It’s been exactly one month since the deadly shooting at Marjory Stoneman Douglas High School — and some are choosing a somber way to pay tribute to the 17 people killed in the Parkland massacre.
Thousands of students and teachers began walking out of their classrooms on Wednesday, March 14 as part of the the #Enough! National School Walkout to raise awareness about issues of school safety and the impact of gun violence. The nationwide march, organized by Women’s March Youth Empower, began at 10 a.m. Many marches lasted 17 minutes, to represent each of the victims of the shooting at Marjory Stoneman Douglas High School.
Students from Marjory Stoneman Douglas were, of course, some of the most prominent participants.
Here’s what you need to know about the national school walkout on March 14:
Why is there a national school walkout on March 14?
The walkout was meant to commemorate the one-month anniversary of the shooting at Marjory Stoneman Douglas High School in Parkland, Florida.
The suspected shooter, 19-year-old Nikolas Cruz, was indicted last week on 17 counts of first-degree premeditated murder, and 17 counts of first-degree attempted murder. His lawyers also submitted paperwork last week to withdraw his not guilty plea.
“We are not saying he is ‘not guilty,’ but we can’t plead ‘guilty’ while death is still on the table,” according to a statement from Howard Finkelstein, the Broward County public defender who is representing Cruz. “Pleading ‘not guilty,’ even though it is form and process kicking off the legal process, just seemed wrong in this case, a legal fiction that could bring unnecessary pain to the victims’ families. Standing mute maintains our only position: he (Cruz) did it and he will plead guilty immediately to 34 consecutive life sentences without parole.”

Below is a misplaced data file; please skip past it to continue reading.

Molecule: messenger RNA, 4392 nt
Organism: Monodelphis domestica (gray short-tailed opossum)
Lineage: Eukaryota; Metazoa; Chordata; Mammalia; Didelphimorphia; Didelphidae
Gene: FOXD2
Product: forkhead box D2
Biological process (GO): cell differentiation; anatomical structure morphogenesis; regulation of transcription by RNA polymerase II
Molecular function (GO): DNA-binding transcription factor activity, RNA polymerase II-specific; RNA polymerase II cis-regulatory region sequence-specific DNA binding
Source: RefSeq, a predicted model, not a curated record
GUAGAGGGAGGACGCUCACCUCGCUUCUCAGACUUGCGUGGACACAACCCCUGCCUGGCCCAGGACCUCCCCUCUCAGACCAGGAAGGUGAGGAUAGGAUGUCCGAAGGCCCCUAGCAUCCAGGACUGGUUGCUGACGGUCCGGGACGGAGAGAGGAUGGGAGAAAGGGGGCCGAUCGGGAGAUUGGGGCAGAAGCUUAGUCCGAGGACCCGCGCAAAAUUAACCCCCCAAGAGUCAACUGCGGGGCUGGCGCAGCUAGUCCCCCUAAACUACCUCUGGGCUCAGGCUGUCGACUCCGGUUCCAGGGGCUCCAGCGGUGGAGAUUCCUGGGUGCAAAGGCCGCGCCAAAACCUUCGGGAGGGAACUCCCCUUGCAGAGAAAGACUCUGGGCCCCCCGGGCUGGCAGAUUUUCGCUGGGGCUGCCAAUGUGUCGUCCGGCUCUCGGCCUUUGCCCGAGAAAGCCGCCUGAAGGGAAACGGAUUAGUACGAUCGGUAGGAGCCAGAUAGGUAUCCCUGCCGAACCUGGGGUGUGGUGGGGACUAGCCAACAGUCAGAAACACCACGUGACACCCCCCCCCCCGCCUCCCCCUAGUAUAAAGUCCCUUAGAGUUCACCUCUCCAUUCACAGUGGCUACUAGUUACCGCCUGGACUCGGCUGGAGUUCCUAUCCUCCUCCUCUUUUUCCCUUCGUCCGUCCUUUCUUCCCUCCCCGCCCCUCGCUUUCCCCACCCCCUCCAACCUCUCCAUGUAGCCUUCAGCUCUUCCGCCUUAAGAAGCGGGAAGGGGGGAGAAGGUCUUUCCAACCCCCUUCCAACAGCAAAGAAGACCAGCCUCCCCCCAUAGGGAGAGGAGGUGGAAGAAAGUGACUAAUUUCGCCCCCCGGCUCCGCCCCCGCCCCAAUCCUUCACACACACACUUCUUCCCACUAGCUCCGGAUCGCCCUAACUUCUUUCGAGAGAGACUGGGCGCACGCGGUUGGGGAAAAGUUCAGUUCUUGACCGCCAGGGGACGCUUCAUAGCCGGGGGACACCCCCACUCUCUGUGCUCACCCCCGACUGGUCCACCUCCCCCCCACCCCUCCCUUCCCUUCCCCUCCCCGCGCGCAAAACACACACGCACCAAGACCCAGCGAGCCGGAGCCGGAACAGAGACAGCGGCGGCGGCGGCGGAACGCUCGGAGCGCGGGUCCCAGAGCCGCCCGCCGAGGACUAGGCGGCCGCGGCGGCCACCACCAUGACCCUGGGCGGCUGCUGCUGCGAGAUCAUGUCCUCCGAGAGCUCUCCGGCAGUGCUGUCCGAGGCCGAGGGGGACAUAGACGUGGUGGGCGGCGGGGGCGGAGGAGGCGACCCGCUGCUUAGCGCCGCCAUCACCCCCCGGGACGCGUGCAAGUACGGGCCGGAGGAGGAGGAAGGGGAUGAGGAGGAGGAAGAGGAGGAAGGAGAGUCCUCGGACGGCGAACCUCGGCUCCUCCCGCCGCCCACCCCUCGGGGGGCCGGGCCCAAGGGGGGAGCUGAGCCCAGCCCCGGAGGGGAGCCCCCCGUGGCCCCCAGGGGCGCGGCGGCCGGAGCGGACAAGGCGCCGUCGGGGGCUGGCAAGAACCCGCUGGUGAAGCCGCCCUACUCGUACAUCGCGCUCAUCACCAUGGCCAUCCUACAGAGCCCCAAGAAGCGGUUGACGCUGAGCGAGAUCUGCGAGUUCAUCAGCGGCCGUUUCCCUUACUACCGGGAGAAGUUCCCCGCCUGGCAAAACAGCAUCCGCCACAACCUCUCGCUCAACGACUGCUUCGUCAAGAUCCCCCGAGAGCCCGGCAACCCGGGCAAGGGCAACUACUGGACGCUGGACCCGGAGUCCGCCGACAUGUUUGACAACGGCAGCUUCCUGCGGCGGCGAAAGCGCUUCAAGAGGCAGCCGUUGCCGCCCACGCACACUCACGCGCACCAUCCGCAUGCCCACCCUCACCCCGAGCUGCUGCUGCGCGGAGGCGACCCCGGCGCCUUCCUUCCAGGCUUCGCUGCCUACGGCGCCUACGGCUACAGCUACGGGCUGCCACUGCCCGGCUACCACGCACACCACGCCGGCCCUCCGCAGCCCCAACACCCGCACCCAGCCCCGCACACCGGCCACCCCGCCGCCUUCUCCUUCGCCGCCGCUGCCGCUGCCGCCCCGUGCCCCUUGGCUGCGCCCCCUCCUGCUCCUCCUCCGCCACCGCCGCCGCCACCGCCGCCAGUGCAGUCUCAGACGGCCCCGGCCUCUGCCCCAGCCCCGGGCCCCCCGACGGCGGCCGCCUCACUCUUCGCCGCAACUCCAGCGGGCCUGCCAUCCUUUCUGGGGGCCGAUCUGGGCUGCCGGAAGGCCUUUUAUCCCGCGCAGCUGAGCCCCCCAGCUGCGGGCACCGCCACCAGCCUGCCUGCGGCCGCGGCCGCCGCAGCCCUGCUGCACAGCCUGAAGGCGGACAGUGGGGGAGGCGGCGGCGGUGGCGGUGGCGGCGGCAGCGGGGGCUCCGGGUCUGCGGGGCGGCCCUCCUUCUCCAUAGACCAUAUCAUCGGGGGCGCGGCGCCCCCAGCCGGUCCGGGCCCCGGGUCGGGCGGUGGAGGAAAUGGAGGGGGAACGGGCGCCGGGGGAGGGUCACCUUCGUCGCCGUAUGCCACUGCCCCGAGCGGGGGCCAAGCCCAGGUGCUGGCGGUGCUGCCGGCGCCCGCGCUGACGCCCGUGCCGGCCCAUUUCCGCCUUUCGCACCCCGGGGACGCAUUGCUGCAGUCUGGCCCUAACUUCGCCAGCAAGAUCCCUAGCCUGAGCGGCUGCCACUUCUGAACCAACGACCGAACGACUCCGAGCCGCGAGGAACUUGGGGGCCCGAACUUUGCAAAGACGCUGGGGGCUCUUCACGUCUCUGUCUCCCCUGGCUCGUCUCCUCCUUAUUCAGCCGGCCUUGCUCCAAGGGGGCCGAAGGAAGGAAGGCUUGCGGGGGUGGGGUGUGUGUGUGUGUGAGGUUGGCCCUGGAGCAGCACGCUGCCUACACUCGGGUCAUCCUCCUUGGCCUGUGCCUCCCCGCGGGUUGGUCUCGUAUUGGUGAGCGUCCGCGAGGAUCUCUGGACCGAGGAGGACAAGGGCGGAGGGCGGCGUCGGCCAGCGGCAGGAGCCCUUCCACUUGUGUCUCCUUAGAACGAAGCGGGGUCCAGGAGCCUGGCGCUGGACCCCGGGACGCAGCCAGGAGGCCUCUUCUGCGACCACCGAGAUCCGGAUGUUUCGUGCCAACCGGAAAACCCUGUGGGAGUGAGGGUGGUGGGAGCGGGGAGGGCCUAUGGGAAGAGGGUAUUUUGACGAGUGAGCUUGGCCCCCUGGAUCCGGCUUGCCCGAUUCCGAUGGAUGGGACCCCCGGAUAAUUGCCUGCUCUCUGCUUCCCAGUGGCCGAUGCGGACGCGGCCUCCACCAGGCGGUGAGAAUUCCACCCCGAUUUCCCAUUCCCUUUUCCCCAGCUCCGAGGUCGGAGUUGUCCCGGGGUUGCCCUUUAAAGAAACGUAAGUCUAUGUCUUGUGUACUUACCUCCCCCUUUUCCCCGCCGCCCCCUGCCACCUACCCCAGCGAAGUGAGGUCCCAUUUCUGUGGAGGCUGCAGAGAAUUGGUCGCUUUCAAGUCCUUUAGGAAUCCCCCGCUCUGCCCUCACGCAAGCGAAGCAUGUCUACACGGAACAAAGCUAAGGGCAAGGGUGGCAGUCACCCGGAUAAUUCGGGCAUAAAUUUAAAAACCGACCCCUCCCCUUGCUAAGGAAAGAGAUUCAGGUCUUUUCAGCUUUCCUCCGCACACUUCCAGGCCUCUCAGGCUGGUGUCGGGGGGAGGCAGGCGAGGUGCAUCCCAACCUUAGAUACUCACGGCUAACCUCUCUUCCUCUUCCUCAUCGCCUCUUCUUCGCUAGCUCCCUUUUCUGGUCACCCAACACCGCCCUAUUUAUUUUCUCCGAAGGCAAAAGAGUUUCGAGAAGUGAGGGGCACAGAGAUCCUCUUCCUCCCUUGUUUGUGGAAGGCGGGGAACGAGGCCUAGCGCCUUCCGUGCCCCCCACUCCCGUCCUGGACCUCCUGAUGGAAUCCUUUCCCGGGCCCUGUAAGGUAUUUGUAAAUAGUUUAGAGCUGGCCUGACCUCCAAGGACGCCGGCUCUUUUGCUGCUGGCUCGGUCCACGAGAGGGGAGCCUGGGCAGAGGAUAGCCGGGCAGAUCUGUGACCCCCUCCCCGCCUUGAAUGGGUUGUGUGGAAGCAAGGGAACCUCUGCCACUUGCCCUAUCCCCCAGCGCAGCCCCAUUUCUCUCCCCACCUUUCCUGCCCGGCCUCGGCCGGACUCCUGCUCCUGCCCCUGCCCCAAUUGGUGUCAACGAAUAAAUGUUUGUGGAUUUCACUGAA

The organizers of the March 14 walkout said they wanted this protest to be a call to action for Congress to pass gun control legislation, according to the event’s website.
“We view this work as part of an ongoing and decades-long movement for gun violence prevention, in honor of all victims of gun violence — from James Brady to Trayvon Martin to the 17 people killed in Parkland,” the Women’s March Youth Empower website wrote on its site.
Who participated in the March 14 walkout?
For students, the Women’s March Youth Empower website provided a tool to search for a walkout at your school, along with resources for students, teachers, parents, and administration officials on how to have a safe and productive walkout.
But not all school districts were on board with the planned protest. Ahead of the proposed walkout, some schools have warned students against participating it it. For example, last month, a letter from the Needville Independent School District’s superintendent Curtis Rhodes was allegedly posted to the Needville High School’s Facebook page threatening to suspend students who participate in a “demonstration during school hours.” TIME reached out to Superintendent Rhodes about whether the letter still stands, but did not immediately hear back.
For those who aren’t students or teachers, the #Enough organizers asked people to wear orange, which is associated with gun violence prevention, or stage workplace walkouts for 17 minutes, according to the Women’s March site.
The Women’s March and Women’s March Youth Empower organizers also suggested that people take time to register to vote.
Who walked out of school?
Students from all over the country. Here are some photos from the nation-wide protests.